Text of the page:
The contributors focus on two questions with reference to community activism, the politics of feminist organizing, parties and elections, and the communications environment in which politicians operate. First, are the doors to participation presently open wider than they were in the past? What obstacles as well as possibilities face specific groups of female citizens? Have patterns of media coverage shifted such that women can expect to engage in community groups and party organizations on something approaching an even playing field? Second, how can these doors be opened wider, both in terms of real-world participation and our scholarly understanding of public engagement? What remedies have been proposed? What research directions need to be pursued?
The tightly argued essays shed new light on the quality of public involvement of women in one of the world’s most stable democracies. The nuanced discussion of solutions as well as problems makes this book an indispensable resource for students and practitioners of politics at all levels.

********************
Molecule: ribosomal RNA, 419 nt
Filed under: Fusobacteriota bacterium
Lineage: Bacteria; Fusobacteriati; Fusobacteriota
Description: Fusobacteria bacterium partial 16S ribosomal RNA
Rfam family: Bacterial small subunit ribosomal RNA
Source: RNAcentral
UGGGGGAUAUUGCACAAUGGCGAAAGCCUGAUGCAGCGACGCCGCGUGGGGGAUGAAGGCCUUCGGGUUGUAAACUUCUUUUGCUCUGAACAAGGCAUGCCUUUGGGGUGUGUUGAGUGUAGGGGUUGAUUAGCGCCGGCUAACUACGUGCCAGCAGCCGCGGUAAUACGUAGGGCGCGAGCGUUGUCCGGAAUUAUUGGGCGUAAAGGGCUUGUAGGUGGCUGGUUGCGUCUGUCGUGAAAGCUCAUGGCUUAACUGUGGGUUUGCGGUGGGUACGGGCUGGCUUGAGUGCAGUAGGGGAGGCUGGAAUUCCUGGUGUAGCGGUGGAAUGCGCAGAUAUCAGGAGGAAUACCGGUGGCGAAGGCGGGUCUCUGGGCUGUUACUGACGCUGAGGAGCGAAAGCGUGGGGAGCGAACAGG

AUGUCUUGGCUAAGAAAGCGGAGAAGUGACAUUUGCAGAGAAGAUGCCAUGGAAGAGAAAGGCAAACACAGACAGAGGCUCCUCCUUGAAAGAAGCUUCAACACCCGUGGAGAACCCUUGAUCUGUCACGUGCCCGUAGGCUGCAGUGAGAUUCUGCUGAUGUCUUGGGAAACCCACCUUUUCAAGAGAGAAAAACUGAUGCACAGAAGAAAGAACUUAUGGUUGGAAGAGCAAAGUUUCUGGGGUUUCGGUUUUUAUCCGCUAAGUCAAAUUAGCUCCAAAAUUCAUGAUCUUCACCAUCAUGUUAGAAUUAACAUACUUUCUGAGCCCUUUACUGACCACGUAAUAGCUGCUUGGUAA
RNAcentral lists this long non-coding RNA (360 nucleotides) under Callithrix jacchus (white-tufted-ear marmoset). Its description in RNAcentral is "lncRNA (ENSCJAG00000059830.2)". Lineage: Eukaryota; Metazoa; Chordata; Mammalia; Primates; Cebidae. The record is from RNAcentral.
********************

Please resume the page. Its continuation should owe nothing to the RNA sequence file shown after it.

Language Matters: How Canadian Voluntary Associations Manage French and English
Canada is an officially bilingual country. But how do the voluntary associations that make up civil society manage linguistic diversity? In the 1960s, a study by Vincent Lemieux and John Meisel for the Royal Commission on Bilingualism and Biculturalism Commission revealed that Canadian associations were often paralyzed by internal conflicts over language. Language Mattersexamines whether this remains the case.
The contributors present case studies or life histories of diverse associations, ranging from business organizations and municipal associations to groups concerned with equality and social justice. Several replicate Lemieux and Meisel’s pioneering enquiry; others look at newer groups. Each contribution examines key turning points in the given association’s history and explores how its mandate, leadership, relationship to the federal and provincial governments, and shifting options in the political arena — independence, sovereignty association, or symmetrical and asymmetrical federalism — shaped its response to linguistic diversity.
Voluntary associations have found diverse ways to accommodate linguistic differences in a manner acceptable to Canada’s two great linguistic communities. Language Matters provides a deeper understanding of the language dynamic in Canada and offers solutions to groups and governments trying to manage difference.
Does North America Exist? Governing the Continent After NAFTA and 9/11
In the wake of the North American Free Trade Agreement and the terrorist attacks of September 11, 2001, renowned public intellectual and scholar Stephen Clarkson asks whether North America “exists” in the sense that the European Union has made Europe exist.